Prin­ci­pal ex­hib­ited lead­er­ship early on

OBIT­U­ARY

Central Leader - - NEWS -

Sec­ondary school prin­ci­pal and for­mer World Vi­sion chief ex­ec­u­tive Colin Pren­tice died on June 12, aged 70, af­ter a bat­tle with leukaemia.

His child­hood home was in Rock­field Rd and he at­tended Oranga Pri­mary School, Re­muera Intermediate and Mt Roskill Gram­mar.

His lead­er­ship skills were ev­i­dent early on and he was Mt Roskill’s head boy in 1961.

Law school seemed a good ca­reer path but af­ter one term at univer­sity and a hol­i­day place­ment in an Auck­land law firm, Pren­tice re­alised it wasn’t for him. He changed to a Bach­e­lor of Arts and took a stu­dentship with the Depart­ment of Ed­u­ca­tion.

He taught at Lyn­field Col­lege, Huntly Col­lege, Ran­gi­toto Col­lege and then be­came deputy head at Taka­puna Gram­mar in 1978.

At age 35 he was ap­pointed the foun­da­tion prin­ci­pal of Macleans Col­lege and un­der his lead­er­ship the school be­came known as one of the best in the coun­try.

Prin­ci­pal By­ron Bent­ley says the whanau house sys­tem seemed ‘‘un­ortho­dox’’ at the time but the in­no­va­tion proved to be a real ad­van­tage.

In his book, When People Mat­ter Most – Vi­sion driven lead­er­ship, writ­ten with Ian Hunter and pub­lished in 2006, Pren­tice says:

‘‘I was de­ter­mined that the name of our school would be so highly re­garded that the value of their prop­er­ties would rise be­cause they were in the Macleans Col­lege zone.’’

Bent­ley says the school was founded on Pren­tice’s val­ues and high stan­dards. It was im­por­tant to him that stu­dents rep­re­sented the school well in the com­mu­nity.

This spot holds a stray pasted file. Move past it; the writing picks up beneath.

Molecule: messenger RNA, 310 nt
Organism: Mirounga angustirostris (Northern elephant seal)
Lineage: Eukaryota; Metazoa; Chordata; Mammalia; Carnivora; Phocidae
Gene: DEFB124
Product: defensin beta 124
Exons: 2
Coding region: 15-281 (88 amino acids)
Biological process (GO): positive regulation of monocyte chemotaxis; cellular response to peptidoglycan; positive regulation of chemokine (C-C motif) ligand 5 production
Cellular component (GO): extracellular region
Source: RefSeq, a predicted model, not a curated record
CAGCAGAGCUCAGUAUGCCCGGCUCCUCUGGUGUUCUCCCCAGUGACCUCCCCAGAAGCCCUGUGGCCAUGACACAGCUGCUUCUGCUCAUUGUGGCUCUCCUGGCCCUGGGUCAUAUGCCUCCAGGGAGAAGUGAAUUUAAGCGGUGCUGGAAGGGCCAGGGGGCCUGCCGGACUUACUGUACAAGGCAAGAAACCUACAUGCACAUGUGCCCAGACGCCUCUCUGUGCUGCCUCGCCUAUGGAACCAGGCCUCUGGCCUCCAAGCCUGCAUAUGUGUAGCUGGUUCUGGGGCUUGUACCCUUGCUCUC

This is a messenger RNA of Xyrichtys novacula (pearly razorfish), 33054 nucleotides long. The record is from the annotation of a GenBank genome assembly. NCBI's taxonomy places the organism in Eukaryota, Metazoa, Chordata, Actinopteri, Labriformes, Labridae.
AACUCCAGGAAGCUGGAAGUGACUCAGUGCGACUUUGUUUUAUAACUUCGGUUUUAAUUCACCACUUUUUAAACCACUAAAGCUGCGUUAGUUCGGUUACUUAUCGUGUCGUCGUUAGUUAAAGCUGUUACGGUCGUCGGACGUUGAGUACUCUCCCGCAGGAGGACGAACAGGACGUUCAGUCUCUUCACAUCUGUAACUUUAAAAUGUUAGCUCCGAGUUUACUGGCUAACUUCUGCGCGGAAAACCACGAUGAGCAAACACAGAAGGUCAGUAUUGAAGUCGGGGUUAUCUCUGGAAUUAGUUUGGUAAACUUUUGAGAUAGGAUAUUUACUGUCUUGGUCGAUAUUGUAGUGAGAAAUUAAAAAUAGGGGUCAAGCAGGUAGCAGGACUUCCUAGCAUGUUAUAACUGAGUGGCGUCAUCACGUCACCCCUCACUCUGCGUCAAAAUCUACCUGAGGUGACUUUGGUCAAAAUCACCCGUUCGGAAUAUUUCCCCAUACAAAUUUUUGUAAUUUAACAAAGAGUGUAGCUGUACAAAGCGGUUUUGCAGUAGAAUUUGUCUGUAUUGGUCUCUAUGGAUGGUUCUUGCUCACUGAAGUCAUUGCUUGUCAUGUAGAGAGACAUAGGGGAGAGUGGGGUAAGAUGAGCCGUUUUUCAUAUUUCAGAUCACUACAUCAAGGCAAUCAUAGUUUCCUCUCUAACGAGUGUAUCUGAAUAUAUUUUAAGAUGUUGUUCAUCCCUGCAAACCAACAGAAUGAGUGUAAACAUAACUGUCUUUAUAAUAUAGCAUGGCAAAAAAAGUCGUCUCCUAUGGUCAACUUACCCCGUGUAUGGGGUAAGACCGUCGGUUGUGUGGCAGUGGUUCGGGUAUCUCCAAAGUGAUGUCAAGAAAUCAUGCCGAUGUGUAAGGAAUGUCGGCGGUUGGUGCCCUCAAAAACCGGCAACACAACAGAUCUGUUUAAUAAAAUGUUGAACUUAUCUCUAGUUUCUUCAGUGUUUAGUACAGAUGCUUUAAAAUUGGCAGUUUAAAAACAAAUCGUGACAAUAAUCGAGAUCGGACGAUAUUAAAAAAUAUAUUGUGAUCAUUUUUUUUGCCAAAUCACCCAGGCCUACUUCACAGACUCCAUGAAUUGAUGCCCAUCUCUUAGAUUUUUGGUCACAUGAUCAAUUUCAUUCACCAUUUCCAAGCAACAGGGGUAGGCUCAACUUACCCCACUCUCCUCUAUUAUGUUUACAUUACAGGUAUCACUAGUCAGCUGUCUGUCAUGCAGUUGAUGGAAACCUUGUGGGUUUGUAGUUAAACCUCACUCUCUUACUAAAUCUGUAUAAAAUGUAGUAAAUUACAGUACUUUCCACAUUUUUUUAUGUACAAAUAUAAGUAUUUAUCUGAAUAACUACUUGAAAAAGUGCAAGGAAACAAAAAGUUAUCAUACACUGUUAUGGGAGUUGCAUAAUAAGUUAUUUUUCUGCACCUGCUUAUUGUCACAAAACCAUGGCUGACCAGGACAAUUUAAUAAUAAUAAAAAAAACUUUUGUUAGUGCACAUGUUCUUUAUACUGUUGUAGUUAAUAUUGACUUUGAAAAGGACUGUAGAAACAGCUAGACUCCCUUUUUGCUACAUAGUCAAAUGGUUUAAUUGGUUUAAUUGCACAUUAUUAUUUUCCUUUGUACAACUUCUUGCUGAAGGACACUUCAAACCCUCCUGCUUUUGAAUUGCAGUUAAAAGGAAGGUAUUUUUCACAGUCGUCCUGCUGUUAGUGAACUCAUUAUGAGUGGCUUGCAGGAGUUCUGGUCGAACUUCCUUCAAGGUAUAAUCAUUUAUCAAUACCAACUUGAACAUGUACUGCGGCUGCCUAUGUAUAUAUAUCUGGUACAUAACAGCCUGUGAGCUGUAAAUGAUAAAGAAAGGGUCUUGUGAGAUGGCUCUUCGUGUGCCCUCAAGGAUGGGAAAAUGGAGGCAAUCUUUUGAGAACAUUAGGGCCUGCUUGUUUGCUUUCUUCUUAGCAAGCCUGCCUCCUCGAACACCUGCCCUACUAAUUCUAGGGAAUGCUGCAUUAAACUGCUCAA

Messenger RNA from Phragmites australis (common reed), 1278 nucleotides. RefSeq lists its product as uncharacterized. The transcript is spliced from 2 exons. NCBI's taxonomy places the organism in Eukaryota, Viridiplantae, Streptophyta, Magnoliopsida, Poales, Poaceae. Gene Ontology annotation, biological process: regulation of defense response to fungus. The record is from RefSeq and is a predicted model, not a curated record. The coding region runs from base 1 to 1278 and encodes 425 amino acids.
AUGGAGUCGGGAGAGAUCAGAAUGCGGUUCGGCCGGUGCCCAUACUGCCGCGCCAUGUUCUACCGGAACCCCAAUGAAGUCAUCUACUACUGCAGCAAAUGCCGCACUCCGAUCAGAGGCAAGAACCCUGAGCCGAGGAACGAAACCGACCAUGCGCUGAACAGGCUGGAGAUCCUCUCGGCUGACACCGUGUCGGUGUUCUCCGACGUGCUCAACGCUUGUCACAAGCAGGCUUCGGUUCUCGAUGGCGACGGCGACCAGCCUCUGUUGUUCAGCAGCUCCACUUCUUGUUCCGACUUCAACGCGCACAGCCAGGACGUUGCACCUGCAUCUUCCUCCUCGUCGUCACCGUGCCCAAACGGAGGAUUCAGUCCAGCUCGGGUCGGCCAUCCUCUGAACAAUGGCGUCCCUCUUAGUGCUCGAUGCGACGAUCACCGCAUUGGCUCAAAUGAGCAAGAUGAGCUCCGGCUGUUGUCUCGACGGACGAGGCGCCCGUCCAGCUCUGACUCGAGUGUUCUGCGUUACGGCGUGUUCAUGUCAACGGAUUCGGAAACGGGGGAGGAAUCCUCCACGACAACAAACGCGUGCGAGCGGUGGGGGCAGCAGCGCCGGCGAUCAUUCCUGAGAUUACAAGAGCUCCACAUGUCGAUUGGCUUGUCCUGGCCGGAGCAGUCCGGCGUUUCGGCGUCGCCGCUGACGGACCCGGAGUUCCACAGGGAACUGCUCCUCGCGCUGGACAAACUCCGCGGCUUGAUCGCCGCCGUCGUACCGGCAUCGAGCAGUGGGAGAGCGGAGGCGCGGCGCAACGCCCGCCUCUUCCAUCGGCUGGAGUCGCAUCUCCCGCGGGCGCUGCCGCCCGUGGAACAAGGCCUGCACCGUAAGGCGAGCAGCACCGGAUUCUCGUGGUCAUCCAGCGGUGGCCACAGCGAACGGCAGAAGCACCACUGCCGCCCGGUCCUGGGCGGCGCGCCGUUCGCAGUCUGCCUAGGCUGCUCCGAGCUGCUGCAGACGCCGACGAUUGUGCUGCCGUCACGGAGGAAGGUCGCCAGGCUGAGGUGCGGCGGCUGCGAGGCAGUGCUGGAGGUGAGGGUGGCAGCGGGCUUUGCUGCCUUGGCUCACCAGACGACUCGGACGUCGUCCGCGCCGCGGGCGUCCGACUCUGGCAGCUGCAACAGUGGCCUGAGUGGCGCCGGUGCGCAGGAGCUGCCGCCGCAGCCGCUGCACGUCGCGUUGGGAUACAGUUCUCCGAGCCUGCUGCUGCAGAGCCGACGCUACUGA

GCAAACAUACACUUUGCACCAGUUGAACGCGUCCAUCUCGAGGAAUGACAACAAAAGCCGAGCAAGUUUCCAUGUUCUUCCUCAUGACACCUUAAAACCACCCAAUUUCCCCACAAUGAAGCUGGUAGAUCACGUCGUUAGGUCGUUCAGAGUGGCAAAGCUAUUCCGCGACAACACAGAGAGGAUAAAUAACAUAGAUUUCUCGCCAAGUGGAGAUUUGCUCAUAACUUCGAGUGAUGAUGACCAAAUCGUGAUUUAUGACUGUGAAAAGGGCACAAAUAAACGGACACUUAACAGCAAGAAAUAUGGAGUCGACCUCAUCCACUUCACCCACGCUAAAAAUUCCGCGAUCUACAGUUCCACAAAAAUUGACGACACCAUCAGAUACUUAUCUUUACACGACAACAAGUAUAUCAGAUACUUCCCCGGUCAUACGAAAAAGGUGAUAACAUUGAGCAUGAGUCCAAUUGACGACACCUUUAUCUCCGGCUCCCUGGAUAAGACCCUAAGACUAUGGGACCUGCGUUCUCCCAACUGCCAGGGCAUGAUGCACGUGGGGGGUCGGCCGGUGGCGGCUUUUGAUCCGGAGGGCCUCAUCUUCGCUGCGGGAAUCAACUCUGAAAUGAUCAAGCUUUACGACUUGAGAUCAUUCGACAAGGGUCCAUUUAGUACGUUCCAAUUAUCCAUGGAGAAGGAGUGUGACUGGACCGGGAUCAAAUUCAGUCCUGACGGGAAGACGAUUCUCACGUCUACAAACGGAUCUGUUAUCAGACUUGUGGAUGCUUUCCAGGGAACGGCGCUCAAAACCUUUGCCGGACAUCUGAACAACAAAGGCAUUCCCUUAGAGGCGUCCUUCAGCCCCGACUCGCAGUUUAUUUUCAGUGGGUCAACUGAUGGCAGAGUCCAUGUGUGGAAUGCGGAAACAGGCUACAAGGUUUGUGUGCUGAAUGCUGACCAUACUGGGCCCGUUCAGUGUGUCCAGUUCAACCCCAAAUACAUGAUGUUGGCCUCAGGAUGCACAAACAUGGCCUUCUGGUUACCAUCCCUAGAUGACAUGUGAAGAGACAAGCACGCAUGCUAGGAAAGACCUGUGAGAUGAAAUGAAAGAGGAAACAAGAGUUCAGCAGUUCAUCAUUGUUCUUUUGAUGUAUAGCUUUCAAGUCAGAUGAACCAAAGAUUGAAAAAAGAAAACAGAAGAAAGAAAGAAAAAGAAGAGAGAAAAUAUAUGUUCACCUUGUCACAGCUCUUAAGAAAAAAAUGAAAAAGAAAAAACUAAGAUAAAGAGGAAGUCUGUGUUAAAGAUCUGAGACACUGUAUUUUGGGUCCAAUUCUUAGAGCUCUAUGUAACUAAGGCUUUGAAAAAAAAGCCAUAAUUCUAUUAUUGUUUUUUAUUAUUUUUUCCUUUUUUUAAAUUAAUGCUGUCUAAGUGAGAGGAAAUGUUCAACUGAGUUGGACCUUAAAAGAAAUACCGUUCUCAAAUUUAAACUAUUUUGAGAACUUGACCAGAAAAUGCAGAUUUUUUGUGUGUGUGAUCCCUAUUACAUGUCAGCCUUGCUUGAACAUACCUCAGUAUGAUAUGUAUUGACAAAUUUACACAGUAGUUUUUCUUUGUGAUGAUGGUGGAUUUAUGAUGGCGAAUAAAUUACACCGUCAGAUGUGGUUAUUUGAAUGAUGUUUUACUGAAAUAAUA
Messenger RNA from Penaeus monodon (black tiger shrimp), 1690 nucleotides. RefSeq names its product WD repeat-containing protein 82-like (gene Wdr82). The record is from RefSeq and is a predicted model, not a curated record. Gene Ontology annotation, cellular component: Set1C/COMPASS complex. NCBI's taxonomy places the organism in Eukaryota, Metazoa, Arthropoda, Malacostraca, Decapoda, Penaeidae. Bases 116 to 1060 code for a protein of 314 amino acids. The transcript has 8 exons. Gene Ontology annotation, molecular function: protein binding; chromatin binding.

Macleans’ deputy prin­ci­pal Si­mon Peek says Pren­tice’s pas­sion for people was gen­uine.

‘‘He’d take a per­sonal in­ter­est in ev­ery­one if he got the op­por­tu­nity.’’

In 1989 Pren­tice went back to his old school, Mt Roskill Gram­mar, as prin­ci­pal and set about mak­ing it the best mul­ti­cul­tural school in New Zealand.

In his book there is a let­ter a Mt Roskill stu­dent wrote to him:

‘‘You made the world of dif­fer­ence – just know­ing that some­one cared enough to ask, cared enough to stop and lis­ten, made me feel like a new per­son. Thank you eter­nally.’’

In 1993, Pren­tice felt in need of a change and phoned World Vi­sion, think­ing he might of­fer him­self as a vol­un­teer.

That call lead to him be­com­ing the or­gan­i­sa­tion’s chief ex­ec­u­tive from 1994 to 2000. His work took him to Rwanda, Cam­bo­dia, Mon­go­lia, Malawi and Kosovo, among many other places.

The move from ed­u­ca­tion to a not-for-profit was hugely chal­leng­ing, but he em­braced the chance to learn new lead­er­ship skills.

‘‘Much that I had learned in life was prov­ing in­valu­able, but I was now re­minded that learn­ing never ceases,’’ he says in his book.

In 2000 he moved back into the ed­u­ca­tion sphere, be­com­ing Di­rec­tor of the Schools Part­ner­ship Of­fice at the Univer­sity of Auck­land, a new role de­signed to bring the univer­sity and sec­ondary schools closer to­gether.

He re­mained in this role un­til 2006 and was ‘‘very ef­fec­tive’’, Bent­ley says.

Mt Roskill Gram­mar School prin­ci­pal Greg Wat­son says Pren­tice loved the school with a pas­sion.

‘‘He kept in close touch with the school com­mu­nity gen­tly of­fer­ing sup­port and ad­vice.’’

Colin Pren­tice is sur­vived by his wife Mar­garet, their four chil­dren and six grand­chil­dren. His fu­neral was held to­day at St Columba Church in Botany Downs.

Fond farewell: Colin Pren­tice was prin­ci­pal of Mt Roskill Gram­mar from 1989 to 1994.

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